❉ Ange Chan on an evening in conversation with the legendary DJ and founding member of Visage.
This Wednesday (6 December 2017), in the Basement in Holborn, I attended “An Evening with Rusty Egan”, which was skilfully compered by The Electricity Club’s “walking bible of all things synth”, Chi Ming Lai.
The format of the evening was an “in conversation”, and the audience was provided with a selection of subjects from Rusty’s past, with questions garnered from the crowd around a variety of subjects.
The questions from the audience were quite diverse, ranging from “if you were stuck in a hot air balloon with U2, Depeche Mode and Spandau Ballet, who would you kick out?” to questions about drum machines vs physical drumming, to his time in the late ’70s/early ’80s as a club promoter.
Rusty was an exuberant, confident and honest subject, showing a very tender and human side to his personality away from his wide boy image, and although he jumped about a bit conversationally (he was very easily distracted by the wealth of rich anecdotes and memories from his past!) Chi very skilfully managed to steer him back en pointe, so that the conversation subjects flowed more naturally.
In March 1977 until December 1978 Glen Matlock, formerly of the Sex Pistols, founded The Rich Kids featuring Rusty as the drummer. The band was fronted by Midge Ure, and Egan continued working with him when Visage was later formed with Steve Strange. However, Egan did not return to Visage when they reformed with a new line-up in 2004 due to a fall-out in the intervening years. During the evening, Rusty recalled how badly he’d been treated, resulting in the infamous acrimony. You could see from how he was talking about it that it was very painful for him to do so, and that he was absolutely devastated at falling out with his long-term friend. Of course we now know that Steve passed away a couple of years afterwards, sadly leaving a very bitter legacy all around.
Britain in 1980 was a pretty bleak place to be; the country had just come out of the grips of the 3-day working week, poverty and power cuts of the Seventies, into a decade that saw Thatcher take her strangle-hold. At that time, Steve and Rusty came together to form the most infamous club nights in London. They were called “The Blitz Kids” by the press and consisted of like-minded individuals who wanted to max the glamour up to 11 and beyond.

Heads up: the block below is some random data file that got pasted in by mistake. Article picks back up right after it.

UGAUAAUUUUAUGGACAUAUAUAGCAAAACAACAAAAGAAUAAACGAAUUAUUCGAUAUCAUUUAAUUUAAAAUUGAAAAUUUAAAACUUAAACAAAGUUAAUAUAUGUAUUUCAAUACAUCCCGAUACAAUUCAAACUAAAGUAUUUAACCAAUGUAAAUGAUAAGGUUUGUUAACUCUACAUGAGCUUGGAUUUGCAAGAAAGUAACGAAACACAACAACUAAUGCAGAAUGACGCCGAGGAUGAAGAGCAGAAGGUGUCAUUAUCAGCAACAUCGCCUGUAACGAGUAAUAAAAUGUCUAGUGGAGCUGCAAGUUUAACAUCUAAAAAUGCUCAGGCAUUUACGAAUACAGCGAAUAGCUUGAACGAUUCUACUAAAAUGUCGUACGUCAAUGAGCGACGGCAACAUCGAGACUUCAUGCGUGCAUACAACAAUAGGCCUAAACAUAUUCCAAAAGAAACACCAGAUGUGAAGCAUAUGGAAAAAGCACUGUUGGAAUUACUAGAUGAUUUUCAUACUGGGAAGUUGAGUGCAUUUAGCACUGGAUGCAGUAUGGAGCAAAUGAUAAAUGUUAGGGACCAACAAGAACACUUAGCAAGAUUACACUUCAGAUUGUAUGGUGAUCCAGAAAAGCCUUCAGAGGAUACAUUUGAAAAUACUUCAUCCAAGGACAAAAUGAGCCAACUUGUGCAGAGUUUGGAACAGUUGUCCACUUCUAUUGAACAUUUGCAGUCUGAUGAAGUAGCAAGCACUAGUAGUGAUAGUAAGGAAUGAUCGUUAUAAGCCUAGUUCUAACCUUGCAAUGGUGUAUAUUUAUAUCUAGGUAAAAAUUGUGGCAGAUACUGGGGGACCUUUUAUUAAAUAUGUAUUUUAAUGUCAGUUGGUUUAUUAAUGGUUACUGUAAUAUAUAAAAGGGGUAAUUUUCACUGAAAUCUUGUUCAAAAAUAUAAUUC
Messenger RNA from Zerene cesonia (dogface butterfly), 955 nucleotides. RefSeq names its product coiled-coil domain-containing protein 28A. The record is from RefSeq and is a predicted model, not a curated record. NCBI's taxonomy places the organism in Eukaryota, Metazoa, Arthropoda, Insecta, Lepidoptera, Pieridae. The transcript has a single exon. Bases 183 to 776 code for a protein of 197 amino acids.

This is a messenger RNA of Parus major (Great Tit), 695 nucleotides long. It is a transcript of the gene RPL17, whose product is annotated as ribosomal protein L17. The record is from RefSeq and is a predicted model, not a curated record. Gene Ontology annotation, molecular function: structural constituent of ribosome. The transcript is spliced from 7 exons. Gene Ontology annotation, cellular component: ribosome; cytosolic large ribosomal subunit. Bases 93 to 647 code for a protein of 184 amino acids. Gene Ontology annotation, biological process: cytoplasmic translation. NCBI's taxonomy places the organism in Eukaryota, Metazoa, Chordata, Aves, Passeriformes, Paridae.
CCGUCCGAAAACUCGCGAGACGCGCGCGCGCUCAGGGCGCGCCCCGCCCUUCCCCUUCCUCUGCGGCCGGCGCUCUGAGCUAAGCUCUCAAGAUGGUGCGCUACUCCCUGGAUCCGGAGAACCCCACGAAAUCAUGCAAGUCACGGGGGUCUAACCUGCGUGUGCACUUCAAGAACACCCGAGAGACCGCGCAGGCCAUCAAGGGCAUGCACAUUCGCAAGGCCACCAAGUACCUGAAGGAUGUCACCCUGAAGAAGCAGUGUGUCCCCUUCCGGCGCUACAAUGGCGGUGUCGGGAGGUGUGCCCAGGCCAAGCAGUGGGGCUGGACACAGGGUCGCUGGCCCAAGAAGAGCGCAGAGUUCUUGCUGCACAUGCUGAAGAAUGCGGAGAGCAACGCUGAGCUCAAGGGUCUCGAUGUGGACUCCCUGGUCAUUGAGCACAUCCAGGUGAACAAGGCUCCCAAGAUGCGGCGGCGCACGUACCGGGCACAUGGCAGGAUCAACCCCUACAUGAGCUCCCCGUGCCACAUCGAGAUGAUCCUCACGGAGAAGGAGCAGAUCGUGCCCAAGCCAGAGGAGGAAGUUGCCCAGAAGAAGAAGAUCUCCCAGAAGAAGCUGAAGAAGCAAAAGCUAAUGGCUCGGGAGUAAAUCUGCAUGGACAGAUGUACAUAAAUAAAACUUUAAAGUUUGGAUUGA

Steve Strange subsequently became the face of that New Romantic movement, supported by Rusty Egan on the decks, playing the über cool tracks of the day.
Steve infamously vetted the club’s clientele, deeming them “peacock perfect” enough (or not) to enter the club. “Would you allow you in, looking like that?” he’d question club goers, whilst holding a boudoir mirror aloft. A complete myth of course, but why let the truth get in the way of a good story?
Once inside, the songs that saturated the airwaves were famously spun by DJ Rusty Egan who ostensibly provided the soundtrack of a generation, which launched the careers of many a musician amongst its club goers, including Hayzee Fantayzee, Boy George and Culture Club, and Spandau Ballet. Famous designers such as milliner Stephen Jones, and other creative media types such as singer/actor Tim Dry, and BBC London Radio DJ Robert Elms who also cut their teeth on the postcard-sized dance floor to Rusty’s tunes. Rusty recalled, “I played anything good I could get my hands on. Of course there was Bowie, Bowie and more Bowie, but also Roxy Music, and “Being Boiled” by The Human League, which inspired a generation.”
That club scene saw the musical entrepreneurs moved into the realms of the music industry via Soho’s famous Trident Studios by making the music, instead of playing it. Cue the birth of Visage, formed out of the essence of New Romanticism. Or did they create it? The arty edges are constantly blurred by this anathema.
These days, Rusty is still a DJ, and his next gig is for Peter Hook at the Roundhouse on Monday 18th December. He’s also now a singer/songwriter, having recently released the album “Welcome to the Dancefloor” featuring long-term friends and collaborators Midge Ure, and Tony Hadley amongst others. The album concept emerged out of a remedy, of sorts. It was always intended that Steve Strange was to sing on the record, going someway to resolve the complicated legal process under which the reformed Visage found themselves, which essentially nudged everybody but Steve out of the equation, including payment of royalties. Sadly Steve died suddenly and unexpectedly whilst holidaying in Egypt and sadly matters were never resolved in the way it was intended.
The whole evening was a great success, so much so that it’s to be repeated in March next year. If you are remotely interested in the synth genre, it’s a “must attend”. Rusty is an entertaining and candid character who surely has many more tales to tell.
Oh, and by the way, Rusty said he would personally jump out of that hot air balloon, because he’s a great friend of all of the aforementioned bands!
❉ Rusty Egan can be found on Twitter and Facebook and Welcome to the Dancefloor can be downloaded from the usual digital retailers including Amazon, iTunes, and Spotify. Physical CD and Vinyl of the album can be bought at Rusty’s personal appearances. For more information about the album read our news post from November 2016.
❉ Ange Chan is a poet and novelist. Her 4th poetry collection “Fame; What’s Your Name?” and her second novel “Baby, Can You Hear Me?” were both published in paperback and Kindle in 2016.
❉ Her latest poetry collection “Songs of Sorrow and Heartbreak” was published in October 2017 and her third novel “Champagne Flutes and Pixie Boots” will be published in 2018.